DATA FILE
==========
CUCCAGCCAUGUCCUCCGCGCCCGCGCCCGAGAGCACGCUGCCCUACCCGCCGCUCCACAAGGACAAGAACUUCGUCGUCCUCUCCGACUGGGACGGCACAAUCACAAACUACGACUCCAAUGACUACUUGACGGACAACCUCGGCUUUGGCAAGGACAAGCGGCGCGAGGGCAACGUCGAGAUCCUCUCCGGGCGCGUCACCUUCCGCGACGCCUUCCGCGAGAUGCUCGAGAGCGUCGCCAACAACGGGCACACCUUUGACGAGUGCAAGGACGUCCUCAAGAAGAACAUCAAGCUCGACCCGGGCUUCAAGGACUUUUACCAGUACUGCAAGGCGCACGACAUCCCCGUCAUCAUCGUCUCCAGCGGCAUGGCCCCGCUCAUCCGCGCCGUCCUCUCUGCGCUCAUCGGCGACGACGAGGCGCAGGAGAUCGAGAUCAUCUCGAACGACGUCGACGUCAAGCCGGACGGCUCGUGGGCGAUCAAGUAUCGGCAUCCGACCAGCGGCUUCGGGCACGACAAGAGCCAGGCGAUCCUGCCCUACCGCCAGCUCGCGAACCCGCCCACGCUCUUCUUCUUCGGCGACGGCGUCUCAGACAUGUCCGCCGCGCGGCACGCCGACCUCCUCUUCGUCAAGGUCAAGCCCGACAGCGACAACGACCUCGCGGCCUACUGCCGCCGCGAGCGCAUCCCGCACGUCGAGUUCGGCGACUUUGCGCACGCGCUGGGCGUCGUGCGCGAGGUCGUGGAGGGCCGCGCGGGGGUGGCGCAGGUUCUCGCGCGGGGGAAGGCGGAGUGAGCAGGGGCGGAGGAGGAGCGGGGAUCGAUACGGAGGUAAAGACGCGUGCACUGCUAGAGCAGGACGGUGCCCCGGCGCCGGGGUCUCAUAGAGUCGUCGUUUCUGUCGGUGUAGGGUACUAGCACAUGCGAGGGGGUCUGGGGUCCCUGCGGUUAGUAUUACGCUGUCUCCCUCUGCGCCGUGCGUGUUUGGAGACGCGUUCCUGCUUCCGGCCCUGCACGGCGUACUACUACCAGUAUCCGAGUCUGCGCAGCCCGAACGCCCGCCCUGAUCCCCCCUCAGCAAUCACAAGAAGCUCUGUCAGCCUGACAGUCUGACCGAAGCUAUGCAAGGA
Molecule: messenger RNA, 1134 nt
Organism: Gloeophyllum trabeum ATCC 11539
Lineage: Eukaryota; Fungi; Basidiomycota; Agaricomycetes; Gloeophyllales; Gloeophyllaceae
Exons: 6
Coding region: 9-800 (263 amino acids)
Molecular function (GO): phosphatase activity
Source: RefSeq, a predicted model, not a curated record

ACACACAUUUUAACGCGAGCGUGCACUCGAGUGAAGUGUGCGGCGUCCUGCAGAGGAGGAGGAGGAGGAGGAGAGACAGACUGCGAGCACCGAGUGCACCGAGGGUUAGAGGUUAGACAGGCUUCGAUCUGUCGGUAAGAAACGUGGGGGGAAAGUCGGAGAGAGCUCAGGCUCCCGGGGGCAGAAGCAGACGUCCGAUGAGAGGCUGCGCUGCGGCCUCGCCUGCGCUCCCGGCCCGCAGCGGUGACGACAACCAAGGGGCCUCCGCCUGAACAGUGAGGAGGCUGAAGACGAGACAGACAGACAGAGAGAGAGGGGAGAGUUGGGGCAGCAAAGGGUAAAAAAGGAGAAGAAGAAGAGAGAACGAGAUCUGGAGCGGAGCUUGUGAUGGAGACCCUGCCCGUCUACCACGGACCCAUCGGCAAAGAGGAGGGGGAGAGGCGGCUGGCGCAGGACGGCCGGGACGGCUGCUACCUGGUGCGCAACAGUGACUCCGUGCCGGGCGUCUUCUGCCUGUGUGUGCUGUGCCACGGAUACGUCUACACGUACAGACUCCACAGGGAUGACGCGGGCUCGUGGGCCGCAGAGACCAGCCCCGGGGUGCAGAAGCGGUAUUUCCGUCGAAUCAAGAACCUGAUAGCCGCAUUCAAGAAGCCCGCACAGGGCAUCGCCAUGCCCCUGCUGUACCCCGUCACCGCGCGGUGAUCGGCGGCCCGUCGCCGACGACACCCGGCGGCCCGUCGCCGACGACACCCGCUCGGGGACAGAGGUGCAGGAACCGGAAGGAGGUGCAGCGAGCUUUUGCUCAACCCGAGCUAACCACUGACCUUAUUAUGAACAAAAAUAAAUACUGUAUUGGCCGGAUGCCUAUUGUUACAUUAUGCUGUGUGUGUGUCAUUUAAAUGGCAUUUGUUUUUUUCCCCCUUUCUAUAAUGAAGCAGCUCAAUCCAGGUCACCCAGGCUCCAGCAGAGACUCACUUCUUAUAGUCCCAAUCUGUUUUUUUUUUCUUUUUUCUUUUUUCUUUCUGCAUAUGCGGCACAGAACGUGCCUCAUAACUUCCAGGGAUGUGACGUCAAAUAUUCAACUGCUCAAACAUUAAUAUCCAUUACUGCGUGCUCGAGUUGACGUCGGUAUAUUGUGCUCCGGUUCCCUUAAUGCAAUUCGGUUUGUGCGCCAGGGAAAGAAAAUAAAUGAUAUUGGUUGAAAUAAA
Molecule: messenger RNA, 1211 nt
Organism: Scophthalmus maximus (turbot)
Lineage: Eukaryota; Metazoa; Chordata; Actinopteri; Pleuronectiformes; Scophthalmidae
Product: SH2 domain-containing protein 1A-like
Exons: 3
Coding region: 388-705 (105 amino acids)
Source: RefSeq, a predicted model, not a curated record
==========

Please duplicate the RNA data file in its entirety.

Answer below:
CUCCAGCCAUGUCCUCCGCGCCCGCGCCCGAGAGCACGCUGCCCUACCCGCCGCUCCACAAGGACAAGAACUUCGUCGUCCUCUCCGACUGGGACGGCACAAUCACAAACUACGACUCCAAUGACUACUUGACGGACAACCUCGGCUUUGGCAAGGACAAGCGGCGCGAGGGCAACGUCGAGAUCCUCUCCGGGCGCGUCACCUUCCGCGACGCCUUCCGCGAGAUGCUCGAGAGCGUCGCCAACAACGGGCACACCUUUGACGAGUGCAAGGACGUCCUCAAGAAGAACAUCAAGCUCGACCCGGGCUUCAAGGACUUUUACCAGUACUGCAAGGCGCACGACAUCCCCGUCAUCAUCGUCUCCAGCGGCAUGGCCCCGCUCAUCCGCGCCGUCCUCUCUGCGCUCAUCGGCGACGACGAGGCGCAGGAGAUCGAGAUCAUCUCGAACGACGUCGACGUCAAGCCGGACGGCUCGUGGGCGAUCAAGUAUCGGCAUCCGACCAGCGGCUUCGGGCACGACAAGAGCCAGGCGAUCCUGCCCUACCGCCAGCUCGCGAACCCGCCCACGCUCUUCUUCUUCGGCGACGGCGUCUCAGACAUGUCCGCCGCGCGGCACGCCGACCUCCUCUUCGUCAAGGUCAAGCCCGACAGCGACAACGACCUCGCGGCCUACUGCCGCCGCGAGCGCAUCCCGCACGUCGAGUUCGGCGACUUUGCGCACGCGCUGGGCGUCGUGCGCGAGGUCGUGGAGGGCCGCGCGGGGGUGGCGCAGGUUCUCGCGCGGGGGAAGGCGGAGUGAGCAGGGGCGGAGGAGGAGCGGGGAUCGAUACGGAGGUAAAGACGCGUGCACUGCUAGAGCAGGACGGUGCCCCGGCGCCGGGGUCUCAUAGAGUCGUCGUUUCUGUCGGUGUAGGGUACUAGCACAUGCGAGGGGGUCUGGGGUCCCUGCGGUUAGUAUUACGCUGUCUCCCUCUGCGCCGUGCGUGUUUGGAGACGCGUUCCUGCUUCCGGCCCUGCACGGCGUACUACUACCAGUAUCCGAGUCUGCGCAGCCCGAACGCCCGCCCUGAUCCCCCCUCAGCAAUCACAAGAAGCUCUGUCAGCCUGACAGUCUGACCGAAGCUAUGCAAGGA
Molecule: messenger RNA, 1134 nt
Organism: Gloeophyllum trabeum ATCC 11539
Lineage: Eukaryota; Fungi; Basidiomycota; Agaricomycetes; Gloeophyllales; Gloeophyllaceae
Exons: 6
Coding region: 9-800 (263 amino acids)
Molecular function (GO): phosphatase activity
Source: RefSeq, a predicted model, not a curated record

ACACACAUUUUAACGCGAGCGUGCACUCGAGUGAAGUGUGCGGCGUCCUGCAGAGGAGGAGGAGGAGGAGGAGAGACAGACUGCGAGCACCGAGUGCACCGAGGGUUAGAGGUUAGACAGGCUUCGAUCUGUCGGUAAGAAACGUGGGGGGAAAGUCGGAGAGAGCUCAGGCUCCCGGGGGCAGAAGCAGACGUCCGAUGAGAGGCUGCGCUGCGGCCUCGCCUGCGCUCCCGGCCCGCAGCGGUGACGACAACCAAGGGGCCUCCGCCUGAACAGUGAGGAGGCUGAAGACGAGACAGACAGACAGAGAGAGAGGGGAGAGUUGGGGCAGCAAAGGGUAAAAAAGGAGAAGAAGAAGAGAGAACGAGAUCUGGAGCGGAGCUUGUGAUGGAGACCCUGCCCGUCUACCACGGACCCAUCGGCAAAGAGGAGGGGGAGAGGCGGCUGGCGCAGGACGGCCGGGACGGCUGCUACCUGGUGCGCAACAGUGACUCCGUGCCGGGCGUCUUCUGCCUGUGUGUGCUGUGCCACGGAUACGUCUACACGUACAGACUCCACAGGGAUGACGCGGGCUCGUGGGCCGCAGAGACCAGCCCCGGGGUGCAGAAGCGGUAUUUCCGUCGAAUCAAGAACCUGAUAGCCGCAUUCAAGAAGCCCGCACAGGGCAUCGCCAUGCCCCUGCUGUACCCCGUCACCGCGCGGUGAUCGGCGGCCCGUCGCCGACGACACCCGGCGGCCCGUCGCCGACGACACCCGCUCGGGGACAGAGGUGCAGGAACCGGAAGGAGGUGCAGCGAGCUUUUGCUCAACCCGAGCUAACCACUGACCUUAUUAUGAACAAAAAUAAAUACUGUAUUGGCCGGAUGCCUAUUGUUACAUUAUGCUGUGUGUGUGUCAUUUAAAUGGCAUUUGUUUUUUUCCCCCUUUCUAUAAUGAAGCAGCUCAAUCCAGGUCACCCAGGCUCCAGCAGAGACUCACUUCUUAUAGUCCCAAUCUGUUUUUUUUUUCUUUUUUCUUUUUUCUUUCUGCAUAUGCGGCACAGAACGUGCCUCAUAACUUCCAGGGAUGUGACGUCAAAUAUUCAACUGCUCAAACAUUAAUAUCCAUUACUGCGUGCUCGAGUUGACGUCGGUAUAUUGUGCUCCGGUUCCCUUAAUGCAAUUCGGUUUGUGCGCCAGGGAAAGAAAAUAAAUGAUAUUGGUUGAAAUAAA
Molecule: messenger RNA, 1211 nt
Organism: Scophthalmus maximus (turbot)
Lineage: Eukaryota; Metazoa; Chordata; Actinopteri; Pleuronectiformes; Scophthalmidae
Product: SH2 domain-containing protein 1A-like
Exons: 3
Coding region: 388-705 (105 amino acids)
Source: RefSeq, a predicted model, not a curated record